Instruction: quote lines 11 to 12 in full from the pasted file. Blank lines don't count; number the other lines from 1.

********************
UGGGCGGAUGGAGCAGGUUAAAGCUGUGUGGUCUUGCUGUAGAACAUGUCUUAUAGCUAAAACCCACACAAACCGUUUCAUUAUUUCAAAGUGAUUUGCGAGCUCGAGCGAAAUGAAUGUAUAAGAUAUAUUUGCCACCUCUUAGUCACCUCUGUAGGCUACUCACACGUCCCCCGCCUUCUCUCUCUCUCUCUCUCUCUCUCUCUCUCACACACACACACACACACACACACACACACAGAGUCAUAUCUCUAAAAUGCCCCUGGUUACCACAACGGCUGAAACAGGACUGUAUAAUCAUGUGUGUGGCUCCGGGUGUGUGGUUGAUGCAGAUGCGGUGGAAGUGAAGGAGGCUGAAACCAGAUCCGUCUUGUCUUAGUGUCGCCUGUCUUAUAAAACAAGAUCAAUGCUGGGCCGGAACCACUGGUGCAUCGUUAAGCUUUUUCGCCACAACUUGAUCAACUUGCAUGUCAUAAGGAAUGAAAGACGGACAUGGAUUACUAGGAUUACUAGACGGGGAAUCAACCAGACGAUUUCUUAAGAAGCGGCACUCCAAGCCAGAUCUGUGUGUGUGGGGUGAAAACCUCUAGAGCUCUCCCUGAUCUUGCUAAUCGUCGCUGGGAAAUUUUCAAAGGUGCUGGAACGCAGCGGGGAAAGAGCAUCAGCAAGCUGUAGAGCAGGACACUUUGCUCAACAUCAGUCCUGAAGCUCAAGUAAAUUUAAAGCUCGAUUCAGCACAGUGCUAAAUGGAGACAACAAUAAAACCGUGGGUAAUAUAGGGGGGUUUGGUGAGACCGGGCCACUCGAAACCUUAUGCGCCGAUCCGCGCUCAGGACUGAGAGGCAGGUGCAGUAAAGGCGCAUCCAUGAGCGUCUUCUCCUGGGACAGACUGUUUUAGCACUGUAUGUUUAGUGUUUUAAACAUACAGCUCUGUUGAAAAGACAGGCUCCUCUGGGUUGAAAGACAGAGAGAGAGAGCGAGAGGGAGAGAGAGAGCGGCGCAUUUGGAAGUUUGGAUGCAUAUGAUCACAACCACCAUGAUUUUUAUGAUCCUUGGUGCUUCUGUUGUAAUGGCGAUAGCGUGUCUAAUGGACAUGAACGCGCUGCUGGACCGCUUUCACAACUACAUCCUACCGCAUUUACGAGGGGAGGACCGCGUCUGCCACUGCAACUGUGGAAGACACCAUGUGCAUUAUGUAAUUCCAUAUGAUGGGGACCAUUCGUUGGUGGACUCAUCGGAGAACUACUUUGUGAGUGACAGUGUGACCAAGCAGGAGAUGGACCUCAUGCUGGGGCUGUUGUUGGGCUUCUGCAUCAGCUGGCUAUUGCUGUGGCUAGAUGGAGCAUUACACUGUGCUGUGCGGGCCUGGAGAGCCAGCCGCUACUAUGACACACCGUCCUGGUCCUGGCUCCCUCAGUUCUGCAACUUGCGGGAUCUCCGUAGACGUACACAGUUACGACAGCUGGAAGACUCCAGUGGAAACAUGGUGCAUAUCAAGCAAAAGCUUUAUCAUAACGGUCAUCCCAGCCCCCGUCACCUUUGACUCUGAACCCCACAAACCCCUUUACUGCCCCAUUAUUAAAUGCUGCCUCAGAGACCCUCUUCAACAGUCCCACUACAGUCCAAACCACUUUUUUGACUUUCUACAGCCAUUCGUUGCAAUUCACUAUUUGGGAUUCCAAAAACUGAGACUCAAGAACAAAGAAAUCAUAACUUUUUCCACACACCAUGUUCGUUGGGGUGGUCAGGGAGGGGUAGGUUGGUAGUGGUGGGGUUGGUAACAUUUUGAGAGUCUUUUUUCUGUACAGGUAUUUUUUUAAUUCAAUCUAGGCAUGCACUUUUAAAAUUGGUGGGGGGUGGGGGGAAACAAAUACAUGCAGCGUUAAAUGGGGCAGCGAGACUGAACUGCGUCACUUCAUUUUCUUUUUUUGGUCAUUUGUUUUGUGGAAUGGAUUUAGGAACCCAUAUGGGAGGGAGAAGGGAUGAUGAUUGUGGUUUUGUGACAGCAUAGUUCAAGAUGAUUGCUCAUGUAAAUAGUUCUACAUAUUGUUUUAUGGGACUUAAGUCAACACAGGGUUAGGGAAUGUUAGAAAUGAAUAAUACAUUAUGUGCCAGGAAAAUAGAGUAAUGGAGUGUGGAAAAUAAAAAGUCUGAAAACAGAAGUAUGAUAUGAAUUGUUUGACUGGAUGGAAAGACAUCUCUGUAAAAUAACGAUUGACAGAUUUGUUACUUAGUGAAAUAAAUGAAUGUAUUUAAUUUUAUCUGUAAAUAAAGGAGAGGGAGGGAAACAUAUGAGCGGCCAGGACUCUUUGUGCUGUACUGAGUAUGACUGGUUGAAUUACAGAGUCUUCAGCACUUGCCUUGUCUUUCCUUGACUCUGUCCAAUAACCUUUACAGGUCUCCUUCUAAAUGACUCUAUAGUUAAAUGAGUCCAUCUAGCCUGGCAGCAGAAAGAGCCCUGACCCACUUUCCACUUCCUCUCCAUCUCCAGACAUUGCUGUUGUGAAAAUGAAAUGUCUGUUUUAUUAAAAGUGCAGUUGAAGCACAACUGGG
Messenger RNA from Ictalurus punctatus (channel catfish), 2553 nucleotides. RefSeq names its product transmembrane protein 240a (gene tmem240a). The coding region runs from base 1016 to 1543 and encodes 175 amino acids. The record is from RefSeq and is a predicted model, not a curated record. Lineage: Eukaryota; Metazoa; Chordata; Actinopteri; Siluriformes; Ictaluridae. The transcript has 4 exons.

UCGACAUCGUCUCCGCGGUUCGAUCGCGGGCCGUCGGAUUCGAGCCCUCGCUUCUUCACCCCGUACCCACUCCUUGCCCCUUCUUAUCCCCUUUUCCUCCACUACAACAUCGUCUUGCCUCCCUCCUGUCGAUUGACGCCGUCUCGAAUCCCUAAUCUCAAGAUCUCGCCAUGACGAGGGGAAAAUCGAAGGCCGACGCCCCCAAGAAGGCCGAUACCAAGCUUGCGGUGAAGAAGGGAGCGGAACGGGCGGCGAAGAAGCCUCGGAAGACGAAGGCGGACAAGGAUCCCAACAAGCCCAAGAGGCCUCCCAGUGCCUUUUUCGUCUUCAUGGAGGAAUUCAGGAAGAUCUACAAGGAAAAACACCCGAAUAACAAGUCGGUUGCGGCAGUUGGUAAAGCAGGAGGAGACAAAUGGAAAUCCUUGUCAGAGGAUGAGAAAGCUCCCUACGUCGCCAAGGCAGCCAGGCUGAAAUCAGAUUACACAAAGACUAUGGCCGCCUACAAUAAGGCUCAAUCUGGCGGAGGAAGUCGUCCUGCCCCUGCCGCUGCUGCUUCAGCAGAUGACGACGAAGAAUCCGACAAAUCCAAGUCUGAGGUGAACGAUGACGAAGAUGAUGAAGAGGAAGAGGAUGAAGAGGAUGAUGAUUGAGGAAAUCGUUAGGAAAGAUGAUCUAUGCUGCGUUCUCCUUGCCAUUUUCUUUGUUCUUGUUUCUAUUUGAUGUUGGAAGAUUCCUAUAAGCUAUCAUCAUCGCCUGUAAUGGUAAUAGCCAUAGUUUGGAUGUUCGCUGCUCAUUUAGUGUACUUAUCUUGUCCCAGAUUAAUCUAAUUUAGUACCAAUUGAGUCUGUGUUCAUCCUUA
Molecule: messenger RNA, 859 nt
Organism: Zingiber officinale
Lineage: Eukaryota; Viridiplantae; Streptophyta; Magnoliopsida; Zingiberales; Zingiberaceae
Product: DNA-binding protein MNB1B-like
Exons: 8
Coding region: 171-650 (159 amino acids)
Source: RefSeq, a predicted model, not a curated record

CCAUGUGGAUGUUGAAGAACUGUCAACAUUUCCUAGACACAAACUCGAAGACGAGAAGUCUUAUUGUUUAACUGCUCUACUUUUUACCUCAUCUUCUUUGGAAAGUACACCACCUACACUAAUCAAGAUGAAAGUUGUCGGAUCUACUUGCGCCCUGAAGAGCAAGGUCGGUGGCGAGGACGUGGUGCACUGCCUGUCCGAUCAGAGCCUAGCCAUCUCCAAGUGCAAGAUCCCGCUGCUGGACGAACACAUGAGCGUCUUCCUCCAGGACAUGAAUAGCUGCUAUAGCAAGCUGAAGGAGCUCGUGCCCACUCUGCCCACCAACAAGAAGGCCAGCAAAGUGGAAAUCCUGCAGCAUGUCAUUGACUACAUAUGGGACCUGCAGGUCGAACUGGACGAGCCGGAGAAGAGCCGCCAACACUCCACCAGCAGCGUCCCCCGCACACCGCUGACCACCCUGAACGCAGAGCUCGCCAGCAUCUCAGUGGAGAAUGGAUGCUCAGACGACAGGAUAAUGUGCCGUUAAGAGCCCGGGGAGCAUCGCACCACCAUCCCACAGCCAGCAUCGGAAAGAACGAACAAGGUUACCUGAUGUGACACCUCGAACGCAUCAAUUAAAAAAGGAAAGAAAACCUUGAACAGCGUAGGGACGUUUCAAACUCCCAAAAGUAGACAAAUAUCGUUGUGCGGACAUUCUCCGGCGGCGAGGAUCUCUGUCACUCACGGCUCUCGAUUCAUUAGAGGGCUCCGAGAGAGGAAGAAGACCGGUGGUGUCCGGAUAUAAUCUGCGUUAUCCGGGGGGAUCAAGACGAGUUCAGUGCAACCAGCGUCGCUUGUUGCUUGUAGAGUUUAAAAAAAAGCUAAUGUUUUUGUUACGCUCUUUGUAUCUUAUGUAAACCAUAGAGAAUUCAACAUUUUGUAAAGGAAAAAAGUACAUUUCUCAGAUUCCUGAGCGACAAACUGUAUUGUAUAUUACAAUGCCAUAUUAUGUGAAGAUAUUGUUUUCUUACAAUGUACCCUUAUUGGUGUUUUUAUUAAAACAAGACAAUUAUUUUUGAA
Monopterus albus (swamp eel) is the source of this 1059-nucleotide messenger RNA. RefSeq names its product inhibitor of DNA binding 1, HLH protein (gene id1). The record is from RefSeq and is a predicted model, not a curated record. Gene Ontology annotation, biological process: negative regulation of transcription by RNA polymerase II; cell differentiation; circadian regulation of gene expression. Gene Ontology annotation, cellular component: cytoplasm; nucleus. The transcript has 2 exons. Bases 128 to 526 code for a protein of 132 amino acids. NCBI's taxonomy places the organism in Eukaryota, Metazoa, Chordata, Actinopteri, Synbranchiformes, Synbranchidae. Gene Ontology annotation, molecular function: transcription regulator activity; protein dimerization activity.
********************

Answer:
CCAUGUGGAUGUUGAAGAACUGUCAACAUUUCCUAGACACAAACUCGAAGACGAGAAGUCUUAUUGUUUAACUGCUCUACUUUUUACCUCAUCUUCUUUGGAAAGUACACCACCUACACUAAUCAAGAUGAAAGUUGUCGGAUCUACUUGCGCCCUGAAGAGCAAGGUCGGUGGCGAGGACGUGGUGCACUGCCUGUCCGAUCAGAGCCUAGCCAUCUCCAAGUGCAAGAUCCCGCUGCUGGACGAACACAUGAGCGUCUUCCUCCAGGACAUGAAUAGCUGCUAUAGCAAGCUGAAGGAGCUCGUGCCCACUCUGCCCACCAACAAGAAGGCCAGCAAAGUGGAAAUCCUGCAGCAUGUCAUUGACUACAUAUGGGACCUGCAGGUCGAACUGGACGAGCCGGAGAAGAGCCGCCAACACUCCACCAGCAGCGUCCCCCGCACACCGCUGACCACCCUGAACGCAGAGCUCGCCAGCAUCUCAGUGGAGAAUGGAUGCUCAGACGACAGGAUAAUGUGCCGUUAAGAGCCCGGGGAGCAUCGCACCACCAUCCCACAGCCAGCAUCGGAAAGAACGAACAAGGUUACCUGAUGUGACACCUCGAACGCAUCAAUUAAAAAAGGAAAGAAAACCUUGAACAGCGUAGGGACGUUUCAAACUCCCAAAAGUAGACAAAUAUCGUUGUGCGGACAUUCUCCGGCGGCGAGGAUCUCUGUCACUCACGGCUCUCGAUUCAUUAGAGGGCUCCGAGAGAGGAAGAAGACCGGUGGUGUCCGGAUAUAAUCUGCGUUAUCCGGGGGGAUCAAGACGAGUUCAGUGCAACCAGCGUCGCUUGUUGCUUGUAGAGUUUAAAAAAAAGCUAAUGUUUUUGUUACGCUCUUUGUAUCUUAUGUAAACCAUAGAGAAUUCAACAUUUUGUAAAGGAAAAAAGUACAUUUCUCAGAUUCCUGAGCGACAAACUGUAUUGUAUAUUACAAUGCCAUAUUAUGUGAAGAUAUUGUUUUCUUACAAUGUACCCUUAUUGGUGUUUUUAUUAAAACAAGACAAUUAUUUUUGAA
Monopterus albus (swamp eel) is the source of this 1059-nucleotide messenger RNA. RefSeq names its product inhibitor of DNA binding 1, HLH protein (gene id1). The record is from RefSeq and is a predicted model, not a curated record. Gene Ontology annotation, biological process: negative regulation of transcription by RNA polymerase II; cell differentiation; circadian regulation of gene expression. Gene Ontology annotation, cellular component: cytoplasm; nucleus. The transcript has 2 exons. Bases 128 to 526 code for a protein of 132 amino acids. NCBI's taxonomy places the organism in Eukaryota, Metazoa, Chordata, Actinopteri, Synbranchiformes, Synbranchidae. Gene Ontology annotation, molecular function: transcription regulator activity; protein dimerization activity.